A couple sits on the couch with the man staring off in the distance. What to do when your partner pulls away

Have you noticed your partner pulling away? It’s an unsettling feeling, especially if they’re telling you that everything’s fine and that doesn’t feel true. Even the most secure among us can start worrying about scary things like affairs or an impending breakup or divorce when we feel the emotional distance in our relationships growing. And if you’re already anxiously attached, feeling your partner pull away can supercharge your relationship anxiety. 

As an experienced marriage counselor and relationship coach, I’ve helped countless couples navigate periods of disconnection in their relationships, and I am here to help you too. If you’ve noticed your partner starting to withdraw, don’t panic. I’ve got some information that’s going to help you get to the bottom of what’s happening and what to do when your partner pulls away.

If you’d prefer to listen to this one, I’ve also recorded an episode of the Love, Happiness and Success podcast on this topic. You can find it in the player at the bottom of this page, or on Apple podcasts, Spotify, or wherever you get your podcasts.

Is Your Partner Pulling Away? 

First things first, check your perceptions. Is he pulling away? Or could it be something else?

Especially in newer relationships, “pulling away” can be a sign that something has changed. It could be that the person you’re seeing is feeling some doubts. It may be they’re not quite as emotionally available as you thought, and they’re seeking space to keep the intimacy in your relationship from growing beyond the point that feels comfortable for them. And, particularly if you’re someone with an anxious attachment style, it’s also entirely possible that they’re not really pulling away at all, you’re just experiencing the normal anxiety that you would feel in any new relationship that’s not totally committed yet.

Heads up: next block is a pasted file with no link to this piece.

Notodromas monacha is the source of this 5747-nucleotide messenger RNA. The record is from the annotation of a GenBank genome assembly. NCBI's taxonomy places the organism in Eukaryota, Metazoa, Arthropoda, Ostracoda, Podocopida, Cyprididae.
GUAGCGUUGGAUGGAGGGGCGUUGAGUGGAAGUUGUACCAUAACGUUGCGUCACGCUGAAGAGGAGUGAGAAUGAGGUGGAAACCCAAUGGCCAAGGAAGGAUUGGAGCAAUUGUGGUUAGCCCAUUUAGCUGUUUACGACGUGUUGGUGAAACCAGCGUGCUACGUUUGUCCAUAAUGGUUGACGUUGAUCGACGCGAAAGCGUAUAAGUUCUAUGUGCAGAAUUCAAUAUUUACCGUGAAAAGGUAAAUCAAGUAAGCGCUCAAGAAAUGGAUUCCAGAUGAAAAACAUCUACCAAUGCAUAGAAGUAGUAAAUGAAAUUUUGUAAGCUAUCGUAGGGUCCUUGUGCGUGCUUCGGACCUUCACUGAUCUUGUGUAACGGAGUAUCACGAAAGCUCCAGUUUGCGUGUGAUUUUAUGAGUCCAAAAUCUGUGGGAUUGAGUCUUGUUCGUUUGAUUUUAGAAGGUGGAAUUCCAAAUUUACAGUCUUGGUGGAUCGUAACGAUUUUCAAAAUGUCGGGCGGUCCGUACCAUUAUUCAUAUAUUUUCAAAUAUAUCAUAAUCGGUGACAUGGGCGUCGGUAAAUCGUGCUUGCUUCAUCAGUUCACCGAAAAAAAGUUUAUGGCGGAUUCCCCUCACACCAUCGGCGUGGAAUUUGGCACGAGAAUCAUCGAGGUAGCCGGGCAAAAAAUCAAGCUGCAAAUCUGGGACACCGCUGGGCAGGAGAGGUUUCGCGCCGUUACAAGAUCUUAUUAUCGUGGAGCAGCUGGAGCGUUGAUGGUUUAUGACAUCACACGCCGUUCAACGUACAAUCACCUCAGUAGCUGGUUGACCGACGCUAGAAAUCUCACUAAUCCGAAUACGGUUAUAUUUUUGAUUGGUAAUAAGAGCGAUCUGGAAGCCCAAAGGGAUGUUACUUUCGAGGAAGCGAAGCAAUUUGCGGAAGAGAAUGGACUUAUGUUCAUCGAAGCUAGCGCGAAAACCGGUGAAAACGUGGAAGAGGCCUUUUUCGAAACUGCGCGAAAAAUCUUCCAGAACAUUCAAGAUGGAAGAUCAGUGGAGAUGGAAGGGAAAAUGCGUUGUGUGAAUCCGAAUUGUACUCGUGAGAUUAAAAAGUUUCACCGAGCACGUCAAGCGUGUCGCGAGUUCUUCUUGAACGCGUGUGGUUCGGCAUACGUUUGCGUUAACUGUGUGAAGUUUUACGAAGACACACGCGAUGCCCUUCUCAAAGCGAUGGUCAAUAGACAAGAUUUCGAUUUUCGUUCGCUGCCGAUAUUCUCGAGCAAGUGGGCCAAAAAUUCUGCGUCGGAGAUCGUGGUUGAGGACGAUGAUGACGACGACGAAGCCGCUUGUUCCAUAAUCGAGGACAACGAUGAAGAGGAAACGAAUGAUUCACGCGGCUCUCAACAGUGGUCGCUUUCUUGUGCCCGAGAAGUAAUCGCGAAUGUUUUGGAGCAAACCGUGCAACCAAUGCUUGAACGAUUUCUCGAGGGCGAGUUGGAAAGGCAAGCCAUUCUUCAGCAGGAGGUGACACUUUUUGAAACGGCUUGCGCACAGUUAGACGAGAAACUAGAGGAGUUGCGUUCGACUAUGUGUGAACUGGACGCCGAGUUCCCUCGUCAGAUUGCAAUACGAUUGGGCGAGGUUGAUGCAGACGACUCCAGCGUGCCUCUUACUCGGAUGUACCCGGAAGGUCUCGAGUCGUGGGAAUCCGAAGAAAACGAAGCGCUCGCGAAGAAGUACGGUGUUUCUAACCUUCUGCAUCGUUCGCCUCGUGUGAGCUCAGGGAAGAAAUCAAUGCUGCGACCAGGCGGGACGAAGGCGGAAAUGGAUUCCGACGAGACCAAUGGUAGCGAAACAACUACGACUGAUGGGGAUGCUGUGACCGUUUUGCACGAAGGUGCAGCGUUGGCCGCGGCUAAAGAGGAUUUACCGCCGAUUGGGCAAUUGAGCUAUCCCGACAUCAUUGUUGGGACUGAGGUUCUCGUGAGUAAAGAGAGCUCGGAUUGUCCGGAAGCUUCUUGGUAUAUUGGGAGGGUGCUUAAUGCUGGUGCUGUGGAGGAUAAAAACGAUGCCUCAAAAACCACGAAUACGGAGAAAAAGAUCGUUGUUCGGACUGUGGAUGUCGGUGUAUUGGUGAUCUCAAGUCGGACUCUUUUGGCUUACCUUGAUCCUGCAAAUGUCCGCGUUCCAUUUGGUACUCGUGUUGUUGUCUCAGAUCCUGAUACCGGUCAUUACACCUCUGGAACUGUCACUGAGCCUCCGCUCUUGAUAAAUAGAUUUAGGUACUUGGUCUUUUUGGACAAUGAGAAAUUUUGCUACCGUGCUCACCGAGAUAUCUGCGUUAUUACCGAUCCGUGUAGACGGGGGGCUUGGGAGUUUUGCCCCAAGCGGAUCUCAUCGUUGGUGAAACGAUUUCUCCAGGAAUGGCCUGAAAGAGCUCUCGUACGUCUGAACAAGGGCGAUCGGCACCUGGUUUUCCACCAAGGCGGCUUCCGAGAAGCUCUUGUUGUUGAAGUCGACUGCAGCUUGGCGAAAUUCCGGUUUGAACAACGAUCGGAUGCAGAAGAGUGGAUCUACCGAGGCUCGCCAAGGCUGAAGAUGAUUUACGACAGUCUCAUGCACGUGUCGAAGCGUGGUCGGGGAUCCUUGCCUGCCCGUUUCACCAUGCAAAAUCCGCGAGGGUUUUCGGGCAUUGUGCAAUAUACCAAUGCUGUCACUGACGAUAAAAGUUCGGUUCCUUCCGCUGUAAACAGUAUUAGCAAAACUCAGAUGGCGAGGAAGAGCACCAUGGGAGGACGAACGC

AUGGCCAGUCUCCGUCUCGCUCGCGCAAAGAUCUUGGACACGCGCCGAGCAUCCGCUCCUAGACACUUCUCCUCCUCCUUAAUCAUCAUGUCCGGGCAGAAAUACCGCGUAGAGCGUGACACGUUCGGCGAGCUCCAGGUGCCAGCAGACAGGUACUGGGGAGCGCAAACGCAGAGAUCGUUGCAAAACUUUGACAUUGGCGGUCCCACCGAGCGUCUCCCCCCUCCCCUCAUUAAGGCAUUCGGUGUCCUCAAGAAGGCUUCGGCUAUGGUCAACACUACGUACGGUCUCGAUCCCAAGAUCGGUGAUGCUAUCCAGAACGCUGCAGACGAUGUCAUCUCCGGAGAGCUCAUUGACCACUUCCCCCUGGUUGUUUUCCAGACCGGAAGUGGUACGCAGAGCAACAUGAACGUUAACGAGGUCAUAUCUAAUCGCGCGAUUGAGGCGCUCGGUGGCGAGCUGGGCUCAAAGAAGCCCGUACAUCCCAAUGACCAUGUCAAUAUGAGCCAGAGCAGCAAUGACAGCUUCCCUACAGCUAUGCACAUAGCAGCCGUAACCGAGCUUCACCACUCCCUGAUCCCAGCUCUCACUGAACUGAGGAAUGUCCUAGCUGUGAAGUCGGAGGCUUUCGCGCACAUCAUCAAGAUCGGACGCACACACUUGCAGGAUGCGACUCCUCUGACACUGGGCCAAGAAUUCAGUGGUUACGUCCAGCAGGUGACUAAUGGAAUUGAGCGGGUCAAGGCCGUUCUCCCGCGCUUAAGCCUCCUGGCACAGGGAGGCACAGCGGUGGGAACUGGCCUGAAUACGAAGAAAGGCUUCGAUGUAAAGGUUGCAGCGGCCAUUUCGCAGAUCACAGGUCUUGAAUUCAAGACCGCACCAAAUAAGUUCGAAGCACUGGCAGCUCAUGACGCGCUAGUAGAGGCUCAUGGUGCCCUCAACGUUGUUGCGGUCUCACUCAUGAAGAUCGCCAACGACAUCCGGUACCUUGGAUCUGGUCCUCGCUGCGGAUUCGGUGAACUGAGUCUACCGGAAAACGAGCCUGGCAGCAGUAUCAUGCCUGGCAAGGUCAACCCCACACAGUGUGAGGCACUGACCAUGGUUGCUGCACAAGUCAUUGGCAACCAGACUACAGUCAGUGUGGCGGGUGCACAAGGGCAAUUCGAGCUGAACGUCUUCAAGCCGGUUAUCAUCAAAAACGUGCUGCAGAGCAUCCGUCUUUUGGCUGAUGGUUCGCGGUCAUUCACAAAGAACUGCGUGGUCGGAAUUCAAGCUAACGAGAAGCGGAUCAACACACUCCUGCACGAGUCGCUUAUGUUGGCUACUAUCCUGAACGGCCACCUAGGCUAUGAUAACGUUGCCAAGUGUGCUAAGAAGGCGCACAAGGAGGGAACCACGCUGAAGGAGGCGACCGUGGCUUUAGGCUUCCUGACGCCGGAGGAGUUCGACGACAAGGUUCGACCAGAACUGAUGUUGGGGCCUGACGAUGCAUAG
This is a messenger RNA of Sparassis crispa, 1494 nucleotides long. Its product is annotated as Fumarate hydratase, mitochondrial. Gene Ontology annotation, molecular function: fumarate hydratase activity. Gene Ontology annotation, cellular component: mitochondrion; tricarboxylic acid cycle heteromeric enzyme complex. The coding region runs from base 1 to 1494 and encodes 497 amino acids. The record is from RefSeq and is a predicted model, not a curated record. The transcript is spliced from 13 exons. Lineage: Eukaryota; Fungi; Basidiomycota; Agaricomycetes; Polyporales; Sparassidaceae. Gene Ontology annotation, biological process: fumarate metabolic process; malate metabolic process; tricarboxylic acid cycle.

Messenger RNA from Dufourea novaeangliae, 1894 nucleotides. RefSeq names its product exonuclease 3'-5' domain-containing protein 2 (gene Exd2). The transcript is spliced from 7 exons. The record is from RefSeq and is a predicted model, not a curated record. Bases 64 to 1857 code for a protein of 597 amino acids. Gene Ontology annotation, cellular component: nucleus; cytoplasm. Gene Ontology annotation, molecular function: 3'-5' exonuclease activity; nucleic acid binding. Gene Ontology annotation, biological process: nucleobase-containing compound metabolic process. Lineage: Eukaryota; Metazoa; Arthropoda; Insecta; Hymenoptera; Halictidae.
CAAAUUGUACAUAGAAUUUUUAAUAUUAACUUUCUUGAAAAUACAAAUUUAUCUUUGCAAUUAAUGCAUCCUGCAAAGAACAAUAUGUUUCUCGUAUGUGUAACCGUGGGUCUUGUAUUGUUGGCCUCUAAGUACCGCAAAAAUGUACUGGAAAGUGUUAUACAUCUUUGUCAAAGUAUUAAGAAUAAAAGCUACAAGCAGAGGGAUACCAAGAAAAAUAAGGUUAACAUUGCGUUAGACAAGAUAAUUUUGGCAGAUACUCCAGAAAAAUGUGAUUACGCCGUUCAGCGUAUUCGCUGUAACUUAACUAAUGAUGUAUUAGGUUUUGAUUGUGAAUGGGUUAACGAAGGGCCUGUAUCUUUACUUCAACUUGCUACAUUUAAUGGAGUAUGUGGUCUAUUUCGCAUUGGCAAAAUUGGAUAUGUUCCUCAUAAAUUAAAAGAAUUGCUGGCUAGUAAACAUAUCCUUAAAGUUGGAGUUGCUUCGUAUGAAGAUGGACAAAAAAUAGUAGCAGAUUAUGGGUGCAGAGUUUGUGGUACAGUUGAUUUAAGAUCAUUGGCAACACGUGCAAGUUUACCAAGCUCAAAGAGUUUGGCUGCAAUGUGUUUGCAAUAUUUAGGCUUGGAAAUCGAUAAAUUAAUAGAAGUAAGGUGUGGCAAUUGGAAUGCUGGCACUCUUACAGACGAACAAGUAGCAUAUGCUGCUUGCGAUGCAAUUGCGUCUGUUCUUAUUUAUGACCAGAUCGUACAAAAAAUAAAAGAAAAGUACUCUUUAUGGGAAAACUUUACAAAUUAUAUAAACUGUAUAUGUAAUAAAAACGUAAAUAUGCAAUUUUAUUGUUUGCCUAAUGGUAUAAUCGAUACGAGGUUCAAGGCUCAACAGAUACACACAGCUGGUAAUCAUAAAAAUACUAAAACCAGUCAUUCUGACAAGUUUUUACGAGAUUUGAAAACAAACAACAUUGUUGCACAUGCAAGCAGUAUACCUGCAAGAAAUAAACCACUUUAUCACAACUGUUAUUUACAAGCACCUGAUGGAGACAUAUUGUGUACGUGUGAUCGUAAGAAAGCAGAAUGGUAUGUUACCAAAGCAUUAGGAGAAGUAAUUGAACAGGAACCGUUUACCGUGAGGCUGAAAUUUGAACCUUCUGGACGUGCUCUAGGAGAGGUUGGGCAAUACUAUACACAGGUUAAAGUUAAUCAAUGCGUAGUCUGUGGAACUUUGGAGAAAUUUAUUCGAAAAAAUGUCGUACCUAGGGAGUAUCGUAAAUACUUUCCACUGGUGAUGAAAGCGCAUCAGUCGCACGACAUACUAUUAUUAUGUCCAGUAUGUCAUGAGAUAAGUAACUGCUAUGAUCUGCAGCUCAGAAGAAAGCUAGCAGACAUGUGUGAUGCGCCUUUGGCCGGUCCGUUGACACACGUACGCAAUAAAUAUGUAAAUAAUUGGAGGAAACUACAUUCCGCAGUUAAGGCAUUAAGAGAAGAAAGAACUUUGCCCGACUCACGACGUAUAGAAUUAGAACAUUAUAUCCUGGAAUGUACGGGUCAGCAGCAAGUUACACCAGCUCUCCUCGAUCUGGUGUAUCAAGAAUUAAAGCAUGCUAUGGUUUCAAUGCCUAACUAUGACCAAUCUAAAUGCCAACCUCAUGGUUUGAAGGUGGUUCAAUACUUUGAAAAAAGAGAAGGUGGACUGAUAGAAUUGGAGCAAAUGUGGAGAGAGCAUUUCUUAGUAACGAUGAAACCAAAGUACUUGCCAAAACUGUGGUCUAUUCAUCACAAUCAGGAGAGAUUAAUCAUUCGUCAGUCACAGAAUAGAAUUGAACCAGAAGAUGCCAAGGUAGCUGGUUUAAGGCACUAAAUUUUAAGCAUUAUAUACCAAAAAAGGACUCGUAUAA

(Unsure of your attachment style? Take my attachment style quiz.)

But in a more committed, established relationship, distance in the relationship can mean something different. It’s actually totally normal for long-term relationships to be more spacious than newer relationships. All long-term couples go through periods of greater closeness, as well as times when they’re a little further apart. What feels like your partner pulling away may even be a reflection of the confidence they have in your bond. They’re able to focus on other areas of life without worrying that your relationship will go anywhere —to them, it’s just that rock solid. 

But, that does mean you should ignore your gut when you feel your partner pulling away. Trust your instincts — if something feels new and different, it probably is. And even if everything is fine on your partner’s end, you deserve to be in a relationship that feels satisfyingly connected for you, rather than a relationship that leaves you feeling lonely.

Here are a few of the most common reasons that people pull away in a long-term relationship, aside from the normal ebbs and flows of connection that all couples experience. 

Why He or She Is Pulling Away

  1. Competing Priorities: Modern life is a whirlwind! Between work, parenting, personal goals, and trying to get some exercise and sleep occasionally, it’s a wonder any of us find time to focus on our relationships. If your partner is pulling away, consider whether they’re overwhelmed with other areas of life at the moment. 
  1. Attachment Issues: Sometimes, emotional withdrawal can be a protective response, especially for people with an avoidant attachment style (learn more about how anxious-avoidant relationships work). Insecure attachment or fear of intimacy can lead your partner to fear being vulnerable, leading them to create distance.
  1. Unresolved Relational Wounds: When your partner pulls away, the culprit may be unresolved conflict or old relational wounds. If hurt feelings get bottled up rather than discussed and repaired, relationships will grow emotionally distant. It’s important to discover this sooner rather than later, before your partner goes too far down the off ramp of emotional disconnection. Old, unresolved wounds are one of the major things that can cause relationships to fail